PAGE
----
Un week-end à Lisbonne : Les incontournables

A weekend in Lisbon: The must-sees

Your suitcases are ready, you spend the weekend in Lisbon! Between the preparations and the excitement, you didn't have the time to look at the must-see places to visit in the capital and you are afraid you won't have time to do everything.
Don't panic, we have listed for you the must-see places to do when visiting Lisbon.
Sure, the capital is big, but public transportation is efficient and the places of interest are often close together. 

How to easily find your way around Lisbon?

Smartphones, tablets, Google maps are precious to find your way around easily. But, with your eyes always riveted on your device, you end up losing sight of the overall plan and missing the most subtle points of view.
Despite its maze of alleys, finding your way around Lisbon is quite simple once you understand that all the streets go down to the Tagus and that the city is divided into neighborhoods.
The most touristic areas (always indicated) are


Lisbon, touristic areas - Credit Luisa Paixão

 

Baixa

The shopping district with its avenues and perpendicular streets that go down from the Rossio to the Tagus and the commercial square.


 Baixa - Credit Lisboa Secreta

 

Chiado

The chic district with its luxury boutiques and trendy restaurants.


Largo do Chiado - Crédit inconnu

 

Principe Real

The trendy district, very popular for its stores sometimes housed in sumptuous palaces, for its fashionable restaurants and for its nightlife.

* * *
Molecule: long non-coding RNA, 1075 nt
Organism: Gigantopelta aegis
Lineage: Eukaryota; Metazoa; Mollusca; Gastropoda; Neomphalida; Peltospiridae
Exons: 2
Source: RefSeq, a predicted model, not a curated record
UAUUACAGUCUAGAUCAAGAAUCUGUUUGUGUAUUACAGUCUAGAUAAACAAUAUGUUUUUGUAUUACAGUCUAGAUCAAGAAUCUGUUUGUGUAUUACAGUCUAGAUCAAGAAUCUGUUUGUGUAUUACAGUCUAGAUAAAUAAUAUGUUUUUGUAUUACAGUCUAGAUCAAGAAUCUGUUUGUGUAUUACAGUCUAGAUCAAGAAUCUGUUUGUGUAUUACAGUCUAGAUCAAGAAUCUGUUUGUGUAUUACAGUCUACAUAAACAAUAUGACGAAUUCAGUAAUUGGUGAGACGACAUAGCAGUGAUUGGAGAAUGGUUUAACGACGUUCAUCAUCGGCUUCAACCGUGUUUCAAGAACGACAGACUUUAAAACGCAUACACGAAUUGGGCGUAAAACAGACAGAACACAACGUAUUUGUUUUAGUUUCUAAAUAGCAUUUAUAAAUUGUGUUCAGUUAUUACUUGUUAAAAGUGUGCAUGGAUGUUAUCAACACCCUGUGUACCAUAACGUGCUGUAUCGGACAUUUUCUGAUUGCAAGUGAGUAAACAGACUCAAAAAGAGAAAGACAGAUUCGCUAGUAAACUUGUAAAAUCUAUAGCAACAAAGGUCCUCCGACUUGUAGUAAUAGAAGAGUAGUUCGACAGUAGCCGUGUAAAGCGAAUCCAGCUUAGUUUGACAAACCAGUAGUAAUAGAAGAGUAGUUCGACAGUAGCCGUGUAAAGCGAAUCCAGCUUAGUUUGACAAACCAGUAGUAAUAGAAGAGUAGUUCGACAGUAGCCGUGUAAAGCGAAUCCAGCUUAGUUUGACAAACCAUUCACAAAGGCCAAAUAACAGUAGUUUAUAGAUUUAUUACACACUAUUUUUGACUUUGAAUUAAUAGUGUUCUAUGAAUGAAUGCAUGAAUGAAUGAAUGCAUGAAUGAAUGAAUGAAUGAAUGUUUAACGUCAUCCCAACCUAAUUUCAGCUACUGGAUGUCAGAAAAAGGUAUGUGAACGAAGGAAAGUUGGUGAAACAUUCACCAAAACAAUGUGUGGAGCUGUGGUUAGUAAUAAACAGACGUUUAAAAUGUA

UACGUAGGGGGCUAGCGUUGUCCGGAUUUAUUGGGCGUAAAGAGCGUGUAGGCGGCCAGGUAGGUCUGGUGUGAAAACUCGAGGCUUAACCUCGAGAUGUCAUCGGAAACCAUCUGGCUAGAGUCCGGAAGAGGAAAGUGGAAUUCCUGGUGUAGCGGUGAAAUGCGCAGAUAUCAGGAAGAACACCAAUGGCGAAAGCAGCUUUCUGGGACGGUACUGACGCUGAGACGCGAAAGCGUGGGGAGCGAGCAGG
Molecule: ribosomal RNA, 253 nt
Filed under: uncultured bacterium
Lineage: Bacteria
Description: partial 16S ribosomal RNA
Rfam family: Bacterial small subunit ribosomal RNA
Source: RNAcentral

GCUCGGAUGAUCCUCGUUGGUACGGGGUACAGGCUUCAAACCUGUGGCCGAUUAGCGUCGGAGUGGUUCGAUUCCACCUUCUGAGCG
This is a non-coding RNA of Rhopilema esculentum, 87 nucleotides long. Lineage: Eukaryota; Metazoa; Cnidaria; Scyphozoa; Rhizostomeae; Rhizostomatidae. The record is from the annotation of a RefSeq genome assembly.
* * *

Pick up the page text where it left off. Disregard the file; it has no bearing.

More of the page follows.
Principe Real - Credit evasões 

Bairro Alto

The night district with an electric atmosphere of permanent party in the pedestrian streets dotted with bars and small restaurants. It is not uncommon to have difficulty getting around because of the crowds.


Bairro alto - Credit Culture trip

 

Alfama

The oldest district of Lisbon, a maze of narrow, sometimes dead-end streets that go up from the Tagus to the Saint George Castle. To visit on foot or to cross with the streetcar 28.


Alfama - Credit Jornal de noticias

 

How to get around Lisbon?

The best way to get around Lisbon is on foot with good shoes and a bottle of water. This is the best way to be surprised by exceptional views and to understand the city.

Cabs

The cabs are not very expensive and never refuse a ride no matter how small. They are easily spotted by their green roof. Some are still beige but the return to the traditional colors of cabs is in order.


Lisbon cabs - Credit Week-end et voyages

 

The metro and the tramway

The metro is safe, clean and serves all areas of the city well. The tramway is also a very good way to get around, line 28 being the most famous and the most touristic. Beware of pickpockets, they are not aggressive but very efficient.